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When will Western ski resorts close? And once winter’s over, what’s up for summer?

When will Western ski resorts close? And once winter’s over, what’s up for summer?
The town of Mammoth Lakes has had an abundance of snow, as have other resorts. That means longer ski/board seasons. (Brian van der Brug / Los Angeles Times)

Skiers and snowboarders elsewhere may be lamenting the end of winter, but not Westerners. They’re busy waxing boards and skis, eager for the next downhill run. But for how long? Here are some of the closing dates where you can shred some powder before summer comes along.

Mammoth Mountain

Mammoth Mountain is the Eastern Sierra's answer to spring skiing.
Mammoth Mountain is the Eastern Sierra's answer to spring skiing. (Peter Morning / Mammoth Mountain)

It just wouldn’t quit snowing at Mammoth, and it hasn’t stopped yet. This February was the snowiest on record. The Eastern Sierra resort got 3 more inches Wednesday and the forecast for Thursday is for snow.

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The snow story: As of Wednesday, a total of almost 55 feet at the summit, almost 37 feet at the lodge.

Closing: The slopes will be open until July 4. The much-loved lodge will remain open until the resort closes.

Hours: 8:30 a.m.-4 p.m. but hours depend on conditions. Expect hours to shorten to 7:30 a.m.-1 p.m. as the temps warm.

Lift tickets: Pricing is dynamic and ranges from $79-$189 for adults and $32-$76 for children. Kids 4 and younger and seniors 80 and older ski free.

Post-snow season: Once the season’s considerable snow has gone, Mammoth Mountain becomes a hiker’s paradise; its terrain park has more than 100 acres of trails.

Info: Mammoth Mountain, 10001 Minaret Road, Mammoth Lakes; (800) 626-6684

Diamond Peak, Incline Village, Nev.

Lake Tahoe looms large for a pair of skiers headed back down Diamond Peak.
Lake Tahoe looms large for a pair of skiers headed back down Diamond Peak. (Ryan Salm / Diamond Peak)

Above Incline Village on the north shore of Lake Tahoe is the largest concentration of ski resorts in North America. Diamond Peak, now in its 52nd season of operations, offers skiers majestic views of Lake Tahoe from elevations of 6,700 to 8,540 feet. The best views are from Crystal Ridge and Snowflake Lodge, but beginner slopes also offer a bird’s-eye view of the legendary lake.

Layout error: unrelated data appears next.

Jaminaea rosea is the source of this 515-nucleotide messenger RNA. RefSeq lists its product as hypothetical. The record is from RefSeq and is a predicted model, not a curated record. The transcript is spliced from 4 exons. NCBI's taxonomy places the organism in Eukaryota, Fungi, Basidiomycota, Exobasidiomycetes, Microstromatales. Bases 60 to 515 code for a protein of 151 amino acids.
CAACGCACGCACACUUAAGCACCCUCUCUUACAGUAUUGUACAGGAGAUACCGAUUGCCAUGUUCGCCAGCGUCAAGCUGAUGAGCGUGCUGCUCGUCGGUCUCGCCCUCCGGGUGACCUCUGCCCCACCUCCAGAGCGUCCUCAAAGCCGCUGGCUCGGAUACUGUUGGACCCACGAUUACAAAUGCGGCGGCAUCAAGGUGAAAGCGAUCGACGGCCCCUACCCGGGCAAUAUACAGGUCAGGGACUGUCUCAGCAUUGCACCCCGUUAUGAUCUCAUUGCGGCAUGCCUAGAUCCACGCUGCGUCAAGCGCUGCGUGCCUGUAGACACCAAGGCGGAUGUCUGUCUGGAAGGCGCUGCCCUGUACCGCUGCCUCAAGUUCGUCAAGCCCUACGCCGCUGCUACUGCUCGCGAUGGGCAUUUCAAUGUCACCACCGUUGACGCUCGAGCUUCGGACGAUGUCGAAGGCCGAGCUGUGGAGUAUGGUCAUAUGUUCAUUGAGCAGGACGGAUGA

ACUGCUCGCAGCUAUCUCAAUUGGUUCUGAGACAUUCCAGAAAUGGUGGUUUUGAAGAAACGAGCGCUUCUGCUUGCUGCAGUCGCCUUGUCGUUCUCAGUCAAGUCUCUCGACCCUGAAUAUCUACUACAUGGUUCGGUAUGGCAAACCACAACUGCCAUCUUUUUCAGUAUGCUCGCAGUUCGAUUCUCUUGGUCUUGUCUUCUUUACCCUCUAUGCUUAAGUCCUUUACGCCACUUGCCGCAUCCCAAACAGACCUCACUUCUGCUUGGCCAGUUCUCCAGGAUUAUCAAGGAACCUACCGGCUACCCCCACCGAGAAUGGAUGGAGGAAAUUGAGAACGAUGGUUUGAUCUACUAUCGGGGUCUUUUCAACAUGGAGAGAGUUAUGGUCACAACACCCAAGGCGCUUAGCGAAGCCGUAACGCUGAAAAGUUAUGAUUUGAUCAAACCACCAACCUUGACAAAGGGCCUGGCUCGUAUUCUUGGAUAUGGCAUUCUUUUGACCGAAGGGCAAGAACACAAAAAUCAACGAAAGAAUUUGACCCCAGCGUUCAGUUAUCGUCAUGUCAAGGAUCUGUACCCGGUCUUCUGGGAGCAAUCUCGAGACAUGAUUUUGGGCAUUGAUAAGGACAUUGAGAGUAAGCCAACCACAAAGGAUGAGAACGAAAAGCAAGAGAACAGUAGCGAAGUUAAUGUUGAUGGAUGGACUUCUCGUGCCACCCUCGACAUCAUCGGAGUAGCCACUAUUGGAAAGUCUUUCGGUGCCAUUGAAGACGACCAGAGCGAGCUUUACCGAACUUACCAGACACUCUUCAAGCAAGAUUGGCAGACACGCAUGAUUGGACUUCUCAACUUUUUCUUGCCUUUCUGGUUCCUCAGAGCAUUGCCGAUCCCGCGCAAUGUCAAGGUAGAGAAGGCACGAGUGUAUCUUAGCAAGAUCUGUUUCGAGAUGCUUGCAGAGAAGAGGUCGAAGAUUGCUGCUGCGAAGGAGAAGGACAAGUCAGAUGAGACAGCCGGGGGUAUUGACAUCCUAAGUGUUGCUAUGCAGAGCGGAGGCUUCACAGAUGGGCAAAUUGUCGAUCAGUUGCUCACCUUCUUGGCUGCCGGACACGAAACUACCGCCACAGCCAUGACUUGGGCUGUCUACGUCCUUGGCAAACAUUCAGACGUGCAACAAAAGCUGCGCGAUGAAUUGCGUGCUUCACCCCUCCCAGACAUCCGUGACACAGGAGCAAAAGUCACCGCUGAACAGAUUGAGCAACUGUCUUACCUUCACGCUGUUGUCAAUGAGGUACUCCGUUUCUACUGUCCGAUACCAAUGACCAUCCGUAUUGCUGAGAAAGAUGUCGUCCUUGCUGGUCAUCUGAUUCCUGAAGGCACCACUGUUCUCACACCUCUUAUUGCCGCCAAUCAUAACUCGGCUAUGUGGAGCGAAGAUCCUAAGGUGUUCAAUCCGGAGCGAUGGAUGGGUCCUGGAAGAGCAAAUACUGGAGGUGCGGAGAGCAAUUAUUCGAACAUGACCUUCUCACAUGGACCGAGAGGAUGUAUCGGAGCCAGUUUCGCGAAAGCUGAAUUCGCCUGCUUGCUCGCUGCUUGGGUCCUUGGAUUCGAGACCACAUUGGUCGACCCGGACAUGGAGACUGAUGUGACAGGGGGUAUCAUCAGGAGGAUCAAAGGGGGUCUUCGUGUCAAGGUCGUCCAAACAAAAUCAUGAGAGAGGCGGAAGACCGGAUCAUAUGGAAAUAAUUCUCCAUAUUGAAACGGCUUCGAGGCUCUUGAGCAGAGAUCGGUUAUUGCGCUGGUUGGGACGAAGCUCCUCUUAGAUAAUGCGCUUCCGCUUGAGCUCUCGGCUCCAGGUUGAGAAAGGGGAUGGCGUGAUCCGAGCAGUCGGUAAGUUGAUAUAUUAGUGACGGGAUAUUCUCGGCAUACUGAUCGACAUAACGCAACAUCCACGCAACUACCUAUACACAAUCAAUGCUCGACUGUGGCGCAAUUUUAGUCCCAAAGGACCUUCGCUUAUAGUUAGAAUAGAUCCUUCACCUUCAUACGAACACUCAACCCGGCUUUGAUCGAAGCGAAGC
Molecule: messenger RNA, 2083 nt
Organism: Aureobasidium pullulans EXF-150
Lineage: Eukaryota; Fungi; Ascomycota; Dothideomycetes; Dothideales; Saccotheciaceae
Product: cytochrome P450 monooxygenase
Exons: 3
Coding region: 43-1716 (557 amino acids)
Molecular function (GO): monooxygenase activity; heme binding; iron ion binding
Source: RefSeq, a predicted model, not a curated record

The snow story: Diamond Peak has received 35 feet of snow this season with a base depth of almost 7 feet.

Closing: April 13

Hours: Lift operations 9 a.m.-4 p.m. daily, weather permitting.

Lift tickets: One-day adult ticket is $89 for a weekday, $99 for a weekend; free lift tickets for kids 6 and younger and seniors 80 years and older. Discounted multiday tickets include a “bring-your-other-pass-ticket” deals for season pass holders from other resorts.

Post-snow season: Diamond Peak morphs into a terrain park with 655 acres of fitness trails, plus areas for hiking, mountain biking and disc golf.

Info: Diamond Peak, 1210 Ski Way, Incline Village, Nev.; (775) 832-1177

Heavenly Mountain, South Lake Tahoe, Nev.

Heavenly resort will stay open through April 28 and then weekends until May 27.
Heavenly resort will stay open through April 28 and then weekends until May 27. (Vail Resorts)

Part of the fun at this ski destination is crossing from California to Nevada and back on the slopes. Twenty-eight chairlifts lead you to 4,800 skiable acres.

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The snow story: Heavenly received almost 37 feet of snow this season.

Closing: End of May, thanks to three more weeks of recently added spring skiing

Hours: Open seven days a week through April 28, then weekends through May 27. 9 a.m.-4 p.m. Mondays-Fridays and 8:30 a.m.-4 p.m. Saturdays and Sundays.

Lift tickets: Adult daily lift passes are $136; teens 13-18 and seniors 65 and older ski for $112 and children 5-12 $75. Children 4 and younger ski for free. Guests can use remaining buddy tickets for $50 or ski with a friend tickets for $89 starting April 22.

Post-snow season: Heavenly Mountain’s Epic Discovery package offers a ropes course, zip lines, mountain coaster, climbing walls, tubing and guided hiking tours, among other active outdoor adventures.

Info: Heavenly Mountain; 4080 Lake Tahoe Blvd., South Lake Tahoe, Nev. (775) 586-7000

Mt. Bachelor, Bend, Ore.

A snowboarder shreds the slopes at Mt. Bachelor, one of the largest ski areas in the U.S.